"On and off," "front and back," and "happy and sad" are common examples of antonyms or opposites. Some words have more than one opposite. For example, both "little" and "small" are antonyms of "big," and the opposite of "easy" can be "hard," "difficult" or "challenging." These word sets are generally referred to as graded antonyms because several terms may exist at varying levels between each opposite, such as happy, sad, depressed, grievous and heartbroken, or healthy, sick, ill and diseased.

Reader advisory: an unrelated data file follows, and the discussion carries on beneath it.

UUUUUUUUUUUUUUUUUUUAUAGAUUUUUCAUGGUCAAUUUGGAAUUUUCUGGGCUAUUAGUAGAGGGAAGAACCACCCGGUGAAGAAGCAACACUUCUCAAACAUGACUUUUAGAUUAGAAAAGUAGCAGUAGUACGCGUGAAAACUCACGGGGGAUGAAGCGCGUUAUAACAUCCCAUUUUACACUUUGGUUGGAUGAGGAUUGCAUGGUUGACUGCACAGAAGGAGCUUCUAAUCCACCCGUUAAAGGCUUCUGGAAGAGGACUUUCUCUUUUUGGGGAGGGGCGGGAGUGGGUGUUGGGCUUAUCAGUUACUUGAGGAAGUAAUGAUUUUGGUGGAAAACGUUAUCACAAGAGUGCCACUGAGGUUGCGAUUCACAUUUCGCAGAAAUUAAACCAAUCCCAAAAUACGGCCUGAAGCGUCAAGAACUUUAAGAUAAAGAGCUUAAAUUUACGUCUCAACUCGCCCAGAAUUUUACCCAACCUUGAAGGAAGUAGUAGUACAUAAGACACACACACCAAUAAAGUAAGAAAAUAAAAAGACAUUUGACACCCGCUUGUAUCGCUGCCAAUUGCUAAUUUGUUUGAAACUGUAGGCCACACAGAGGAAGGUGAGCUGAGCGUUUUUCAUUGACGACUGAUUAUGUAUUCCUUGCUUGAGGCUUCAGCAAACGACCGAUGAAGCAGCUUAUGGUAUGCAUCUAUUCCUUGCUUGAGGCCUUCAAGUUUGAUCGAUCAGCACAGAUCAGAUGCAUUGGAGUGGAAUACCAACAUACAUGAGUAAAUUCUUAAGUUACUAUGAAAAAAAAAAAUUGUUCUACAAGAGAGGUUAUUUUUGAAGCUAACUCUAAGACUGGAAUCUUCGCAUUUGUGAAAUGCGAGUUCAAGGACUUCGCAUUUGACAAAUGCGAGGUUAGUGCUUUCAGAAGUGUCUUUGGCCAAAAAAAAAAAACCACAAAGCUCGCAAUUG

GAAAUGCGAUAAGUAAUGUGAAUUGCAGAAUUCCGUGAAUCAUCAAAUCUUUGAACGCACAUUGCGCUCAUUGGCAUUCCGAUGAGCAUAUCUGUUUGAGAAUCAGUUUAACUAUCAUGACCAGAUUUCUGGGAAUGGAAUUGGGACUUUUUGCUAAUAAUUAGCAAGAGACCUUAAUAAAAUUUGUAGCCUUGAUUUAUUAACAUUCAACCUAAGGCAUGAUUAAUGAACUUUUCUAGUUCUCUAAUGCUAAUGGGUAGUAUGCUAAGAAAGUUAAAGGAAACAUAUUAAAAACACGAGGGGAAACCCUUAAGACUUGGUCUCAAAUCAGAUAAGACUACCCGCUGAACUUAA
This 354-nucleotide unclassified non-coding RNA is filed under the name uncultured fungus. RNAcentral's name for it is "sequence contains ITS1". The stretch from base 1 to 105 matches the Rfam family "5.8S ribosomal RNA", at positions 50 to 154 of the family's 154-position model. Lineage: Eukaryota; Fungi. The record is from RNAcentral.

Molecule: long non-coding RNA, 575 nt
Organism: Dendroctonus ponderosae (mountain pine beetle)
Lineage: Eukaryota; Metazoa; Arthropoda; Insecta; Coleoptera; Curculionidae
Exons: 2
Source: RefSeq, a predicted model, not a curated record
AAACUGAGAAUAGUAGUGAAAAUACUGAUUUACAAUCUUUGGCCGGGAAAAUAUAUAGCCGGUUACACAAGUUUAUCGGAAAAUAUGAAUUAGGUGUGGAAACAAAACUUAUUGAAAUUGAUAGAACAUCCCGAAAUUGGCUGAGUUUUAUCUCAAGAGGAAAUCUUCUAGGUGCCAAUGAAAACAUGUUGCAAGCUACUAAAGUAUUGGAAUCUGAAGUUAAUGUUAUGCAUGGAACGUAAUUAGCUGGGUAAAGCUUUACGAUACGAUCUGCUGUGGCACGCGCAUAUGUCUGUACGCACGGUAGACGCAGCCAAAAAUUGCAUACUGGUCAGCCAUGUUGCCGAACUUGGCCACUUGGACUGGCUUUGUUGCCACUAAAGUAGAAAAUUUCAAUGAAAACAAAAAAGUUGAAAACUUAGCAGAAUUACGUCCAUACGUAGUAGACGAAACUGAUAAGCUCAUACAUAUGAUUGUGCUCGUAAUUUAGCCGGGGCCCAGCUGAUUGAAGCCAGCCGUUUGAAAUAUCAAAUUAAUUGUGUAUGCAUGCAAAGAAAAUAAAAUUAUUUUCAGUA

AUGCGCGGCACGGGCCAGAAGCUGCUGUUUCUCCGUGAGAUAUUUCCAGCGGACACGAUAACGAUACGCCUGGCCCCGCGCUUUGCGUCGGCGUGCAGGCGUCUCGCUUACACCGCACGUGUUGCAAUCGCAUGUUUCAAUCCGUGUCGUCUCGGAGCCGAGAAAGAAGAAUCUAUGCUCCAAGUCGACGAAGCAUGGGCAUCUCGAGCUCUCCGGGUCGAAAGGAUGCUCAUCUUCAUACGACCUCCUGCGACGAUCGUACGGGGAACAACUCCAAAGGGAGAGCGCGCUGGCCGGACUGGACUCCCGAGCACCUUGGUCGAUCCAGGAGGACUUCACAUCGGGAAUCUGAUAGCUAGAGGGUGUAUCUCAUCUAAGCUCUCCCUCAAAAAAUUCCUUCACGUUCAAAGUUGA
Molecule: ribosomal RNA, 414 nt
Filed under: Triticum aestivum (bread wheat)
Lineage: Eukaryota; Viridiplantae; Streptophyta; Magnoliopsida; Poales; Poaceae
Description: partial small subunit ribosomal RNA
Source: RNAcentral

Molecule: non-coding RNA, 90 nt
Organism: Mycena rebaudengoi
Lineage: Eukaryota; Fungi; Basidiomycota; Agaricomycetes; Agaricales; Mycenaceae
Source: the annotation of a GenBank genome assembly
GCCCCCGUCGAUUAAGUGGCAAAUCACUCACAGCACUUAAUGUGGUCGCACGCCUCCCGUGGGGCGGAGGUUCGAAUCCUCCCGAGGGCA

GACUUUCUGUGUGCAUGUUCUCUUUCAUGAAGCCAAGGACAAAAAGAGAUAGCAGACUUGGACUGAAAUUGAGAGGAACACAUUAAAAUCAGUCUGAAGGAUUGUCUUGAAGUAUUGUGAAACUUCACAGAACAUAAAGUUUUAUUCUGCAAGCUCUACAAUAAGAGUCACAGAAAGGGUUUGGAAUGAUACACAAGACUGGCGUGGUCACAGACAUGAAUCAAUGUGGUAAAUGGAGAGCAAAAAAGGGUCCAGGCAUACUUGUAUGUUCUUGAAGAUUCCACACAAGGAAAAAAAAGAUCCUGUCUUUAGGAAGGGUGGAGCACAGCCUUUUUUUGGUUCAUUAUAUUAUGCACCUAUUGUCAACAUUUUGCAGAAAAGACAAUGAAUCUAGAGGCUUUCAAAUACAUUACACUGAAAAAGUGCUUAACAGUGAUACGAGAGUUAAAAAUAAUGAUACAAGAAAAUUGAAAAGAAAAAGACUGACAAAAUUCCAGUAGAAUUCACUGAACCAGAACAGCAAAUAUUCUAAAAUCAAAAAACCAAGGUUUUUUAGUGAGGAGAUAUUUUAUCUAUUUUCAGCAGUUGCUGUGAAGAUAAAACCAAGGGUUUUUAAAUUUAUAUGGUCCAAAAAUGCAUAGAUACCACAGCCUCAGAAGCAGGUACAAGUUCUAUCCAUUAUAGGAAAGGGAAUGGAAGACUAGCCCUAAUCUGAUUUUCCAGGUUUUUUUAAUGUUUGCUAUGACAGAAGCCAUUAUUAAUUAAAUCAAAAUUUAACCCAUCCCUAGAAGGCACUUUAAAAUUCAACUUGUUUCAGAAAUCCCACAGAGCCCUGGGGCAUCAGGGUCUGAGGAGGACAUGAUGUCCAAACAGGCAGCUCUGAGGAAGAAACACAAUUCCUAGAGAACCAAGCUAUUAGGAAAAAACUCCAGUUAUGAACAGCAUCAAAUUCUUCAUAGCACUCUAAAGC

Complementary antonyms are true opposites with no degrees of variation in between. For example, a light is either on or off, and a person is either dead or alive. "Inside and outside," "day and night," "black and white" and "give and take" are other common pairs of complementary antonyms.
Relational antonyms are types of complementary opposites and are also referred to as converses. These word pairs are complementary opposites, but they also have a relationship with one another and cannot exist apart. For example, there is no parent without a child, and something cannot be borrowed if it is not lent. Other examples of relational antonyms include "north and south," "employer and employee," "offense and defense" and "front and back."